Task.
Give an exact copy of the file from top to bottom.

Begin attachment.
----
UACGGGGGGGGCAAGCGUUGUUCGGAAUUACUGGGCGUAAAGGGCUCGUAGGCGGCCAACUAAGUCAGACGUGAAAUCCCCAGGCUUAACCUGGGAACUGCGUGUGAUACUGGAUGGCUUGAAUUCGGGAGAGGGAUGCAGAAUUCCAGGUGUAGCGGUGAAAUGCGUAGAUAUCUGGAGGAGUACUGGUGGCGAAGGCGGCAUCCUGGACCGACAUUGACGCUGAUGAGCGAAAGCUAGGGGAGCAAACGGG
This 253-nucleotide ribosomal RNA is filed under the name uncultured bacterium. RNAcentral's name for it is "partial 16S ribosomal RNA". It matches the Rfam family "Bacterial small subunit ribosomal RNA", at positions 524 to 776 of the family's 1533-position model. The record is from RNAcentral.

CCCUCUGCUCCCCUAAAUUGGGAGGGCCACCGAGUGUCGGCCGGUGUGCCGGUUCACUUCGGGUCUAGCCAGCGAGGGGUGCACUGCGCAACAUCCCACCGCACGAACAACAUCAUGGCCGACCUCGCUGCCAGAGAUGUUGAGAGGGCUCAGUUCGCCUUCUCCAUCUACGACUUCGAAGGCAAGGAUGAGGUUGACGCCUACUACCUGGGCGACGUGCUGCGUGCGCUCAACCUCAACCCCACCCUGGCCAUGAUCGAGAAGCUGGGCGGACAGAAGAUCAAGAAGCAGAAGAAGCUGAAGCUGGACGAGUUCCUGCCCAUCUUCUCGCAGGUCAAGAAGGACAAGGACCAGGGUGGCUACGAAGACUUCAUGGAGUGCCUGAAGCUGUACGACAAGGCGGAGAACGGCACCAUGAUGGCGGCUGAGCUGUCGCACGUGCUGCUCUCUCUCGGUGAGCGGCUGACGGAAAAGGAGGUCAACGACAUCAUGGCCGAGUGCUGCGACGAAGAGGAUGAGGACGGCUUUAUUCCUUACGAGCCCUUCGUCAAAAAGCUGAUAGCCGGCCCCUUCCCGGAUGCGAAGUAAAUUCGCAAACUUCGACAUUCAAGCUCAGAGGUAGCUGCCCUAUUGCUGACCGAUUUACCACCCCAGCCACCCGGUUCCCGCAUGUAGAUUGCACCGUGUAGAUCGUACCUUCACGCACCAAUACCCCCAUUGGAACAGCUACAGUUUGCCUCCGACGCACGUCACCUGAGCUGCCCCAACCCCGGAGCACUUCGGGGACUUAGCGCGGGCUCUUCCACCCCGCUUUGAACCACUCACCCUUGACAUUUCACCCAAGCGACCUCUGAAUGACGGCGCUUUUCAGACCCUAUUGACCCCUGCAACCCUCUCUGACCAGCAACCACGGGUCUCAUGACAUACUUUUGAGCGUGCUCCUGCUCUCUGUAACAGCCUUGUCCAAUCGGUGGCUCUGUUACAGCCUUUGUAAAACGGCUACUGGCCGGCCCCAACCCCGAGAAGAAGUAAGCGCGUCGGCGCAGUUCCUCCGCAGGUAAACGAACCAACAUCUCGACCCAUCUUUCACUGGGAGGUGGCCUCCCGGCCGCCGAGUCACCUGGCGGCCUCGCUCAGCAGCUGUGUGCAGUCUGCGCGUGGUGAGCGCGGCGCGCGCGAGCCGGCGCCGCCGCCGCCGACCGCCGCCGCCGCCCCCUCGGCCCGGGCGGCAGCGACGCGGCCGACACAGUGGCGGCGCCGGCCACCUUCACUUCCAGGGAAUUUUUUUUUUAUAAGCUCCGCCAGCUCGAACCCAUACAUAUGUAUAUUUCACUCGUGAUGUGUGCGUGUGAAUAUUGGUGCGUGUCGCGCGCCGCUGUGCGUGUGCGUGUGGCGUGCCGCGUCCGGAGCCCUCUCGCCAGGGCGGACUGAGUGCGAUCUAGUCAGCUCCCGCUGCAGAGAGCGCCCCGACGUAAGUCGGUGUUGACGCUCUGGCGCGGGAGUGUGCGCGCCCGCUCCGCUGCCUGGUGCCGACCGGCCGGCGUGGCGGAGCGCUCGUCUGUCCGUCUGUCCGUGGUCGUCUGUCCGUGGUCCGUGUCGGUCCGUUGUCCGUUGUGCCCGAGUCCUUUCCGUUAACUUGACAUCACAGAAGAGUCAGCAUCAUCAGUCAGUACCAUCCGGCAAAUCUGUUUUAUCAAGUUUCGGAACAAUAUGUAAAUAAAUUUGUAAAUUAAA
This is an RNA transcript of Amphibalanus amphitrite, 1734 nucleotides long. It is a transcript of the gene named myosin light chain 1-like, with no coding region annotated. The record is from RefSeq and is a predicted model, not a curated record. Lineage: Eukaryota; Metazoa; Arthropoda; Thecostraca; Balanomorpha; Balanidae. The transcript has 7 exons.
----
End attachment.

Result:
UACGGGGGGGGCAAGCGUUGUUCGGAAUUACUGGGCGUAAAGGGCUCGUAGGCGGCCAACUAAGUCAGACGUGAAAUCCCCAGGCUUAACCUGGGAACUGCGUGUGAUACUGGAUGGCUUGAAUUCGGGAGAGGGAUGCAGAAUUCCAGGUGUAGCGGUGAAAUGCGUAGAUAUCUGGAGGAGUACUGGUGGCGAAGGCGGCAUCCUGGACCGACAUUGACGCUGAUGAGCGAAAGCUAGGGGAGCAAACGGG
This 253-nucleotide ribosomal RNA is filed under the name uncultured bacterium. RNAcentral's name for it is "partial 16S ribosomal RNA". It matches the Rfam family "Bacterial small subunit ribosomal RNA", at positions 524 to 776 of the family's 1533-position model. The record is from RNAcentral.

CCCUCUGCUCCCCUAAAUUGGGAGGGCCACCGAGUGUCGGCCGGUGUGCCGGUUCACUUCGGGUCUAGCCAGCGAGGGGUGCACUGCGCAACAUCCCACCGCACGAACAACAUCAUGGCCGACCUCGCUGCCAGAGAUGUUGAGAGGGCUCAGUUCGCCUUCUCCAUCUACGACUUCGAAGGCAAGGAUGAGGUUGACGCCUACUACCUGGGCGACGUGCUGCGUGCGCUCAACCUCAACCCCACCCUGGCCAUGAUCGAGAAGCUGGGCGGACAGAAGAUCAAGAAGCAGAAGAAGCUGAAGCUGGACGAGUUCCUGCCCAUCUUCUCGCAGGUCAAGAAGGACAAGGACCAGGGUGGCUACGAAGACUUCAUGGAGUGCCUGAAGCUGUACGACAAGGCGGAGAACGGCACCAUGAUGGCGGCUGAGCUGUCGCACGUGCUGCUCUCUCUCGGUGAGCGGCUGACGGAAAAGGAGGUCAACGACAUCAUGGCCGAGUGCUGCGACGAAGAGGAUGAGGACGGCUUUAUUCCUUACGAGCCCUUCGUCAAAAAGCUGAUAGCCGGCCCCUUCCCGGAUGCGAAGUAAAUUCGCAAACUUCGACAUUCAAGCUCAGAGGUAGCUGCCCUAUUGCUGACCGAUUUACCACCCCAGCCACCCGGUUCCCGCAUGUAGAUUGCACCGUGUAGAUCGUACCUUCACGCACCAAUACCCCCAUUGGAACAGCUACAGUUUGCCUCCGACGCACGUCACCUGAGCUGCCCCAACCCCGGAGCACUUCGGGGACUUAGCGCGGGCUCUUCCACCCCGCUUUGAACCACUCACCCUUGACAUUUCACCCAAGCGACCUCUGAAUGACGGCGCUUUUCAGACCCUAUUGACCCCUGCAACCCUCUCUGACCAGCAACCACGGGUCUCAUGACAUACUUUUGAGCGUGCUCCUGCUCUCUGUAACAGCCUUGUCCAAUCGGUGGCUCUGUUACAGCCUUUGUAAAACGGCUACUGGCCGGCCCCAACCCCGAGAAGAAGUAAGCGCGUCGGCGCAGUUCCUCCGCAGGUAAACGAACCAACAUCUCGACCCAUCUUUCACUGGGAGGUGGCCUCCCGGCCGCCGAGUCACCUGGCGGCCUCGCUCAGCAGCUGUGUGCAGUCUGCGCGUGGUGAGCGCGGCGCGCGCGAGCCGGCGCCGCCGCCGCCGACCGCCGCCGCCGCCCCCUCGGCCCGGGCGGCAGCGACGCGGCCGACACAGUGGCGGCGCCGGCCACCUUCACUUCCAGGGAAUUUUUUUUUUAUAAGCUCCGCCAGCUCGAACCCAUACAUAUGUAUAUUUCACUCGUGAUGUGUGCGUGUGAAUAUUGGUGCGUGUCGCGCGCCGCUGUGCGUGUGCGUGUGGCGUGCCGCGUCCGGAGCCCUCUCGCCAGGGCGGACUGAGUGCGAUCUAGUCAGCUCCCGCUGCAGAGAGCGCCCCGACGUAAGUCGGUGUUGACGCUCUGGCGCGGGAGUGUGCGCGCCCGCUCCGCUGCCUGGUGCCGACCGGCCGGCGUGGCGGAGCGCUCGUCUGUCCGUCUGUCCGUGGUCGUCUGUCCGUGGUCCGUGUCGGUCCGUUGUCCGUUGUGCCCGAGUCCUUUCCGUUAACUUGACAUCACAGAAGAGUCAGCAUCAUCAGUCAGUACCAUCCGGCAAAUCUGUUUUAUCAAGUUUCGGAACAAUAUGUAAAUAAAUUUGUAAAUUAAA
This is an RNA transcript of Amphibalanus amphitrite, 1734 nucleotides long. It is a transcript of the gene named myosin light chain 1-like, with no coding region annotated. The record is from RefSeq and is a predicted model, not a curated record. Lineage: Eukaryota; Metazoa; Arthropoda; Thecostraca; Balanomorpha; Balanidae. The transcript has 7 exons.